One of the most important basics in HTML code is the “Hyperlink”. A typical hyperlink uses the “A” tag (A is short for Anchor) and is typically found in the following format:
<a href="http://www.somewebsite.com/">your link text</a>
The bit between the quotes, also called a URL (Universal Resource Locator), is where the link will take your visitor when they click on the words “your link text”.
There are also a couple of different types of URLS: absolute and relative.
An absolute URL is a location that is absolutely defined, so that no matter where you are putting the link, it will always find the item that you are linking to (web page, image, pdf, etc). An example of an absolute URL would be:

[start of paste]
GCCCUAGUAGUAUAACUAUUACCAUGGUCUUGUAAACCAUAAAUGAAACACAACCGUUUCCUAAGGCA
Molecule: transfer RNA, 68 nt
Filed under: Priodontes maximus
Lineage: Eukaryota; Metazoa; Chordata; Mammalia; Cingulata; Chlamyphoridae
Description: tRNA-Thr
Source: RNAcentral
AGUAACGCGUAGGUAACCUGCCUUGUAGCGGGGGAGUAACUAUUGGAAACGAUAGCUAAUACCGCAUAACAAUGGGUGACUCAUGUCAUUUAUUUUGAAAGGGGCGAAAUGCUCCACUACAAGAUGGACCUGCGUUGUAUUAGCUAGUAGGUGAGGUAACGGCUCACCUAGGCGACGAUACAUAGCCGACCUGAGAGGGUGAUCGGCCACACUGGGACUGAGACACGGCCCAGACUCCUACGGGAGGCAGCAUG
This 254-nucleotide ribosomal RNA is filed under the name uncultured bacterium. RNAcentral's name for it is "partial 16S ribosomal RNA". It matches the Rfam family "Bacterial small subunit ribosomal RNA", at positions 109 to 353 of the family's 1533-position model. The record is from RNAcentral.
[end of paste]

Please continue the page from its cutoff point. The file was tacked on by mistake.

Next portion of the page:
A relative URL has a location that is relative to the location of the page that you place it on. Examples of a relative URL would be:
As you can see, there are a couple of ways of referring to a relative document.
../ means “back up” the directory structure. So if the web page that you had the link on was in a folder such as:
And you wanted to link to
The relative version of that would be:
Using a / before the relative URL will shortcut all that .. stuff.
If you don’t use
then it simply uses your current location as a base. So, if you are on http://www.mywebsite.com/myfolder/mywebpage.htm and you specify images/myimage.jpg, you would be linking to http://www.mywebsite.com/myfolder/images/myimage.jpg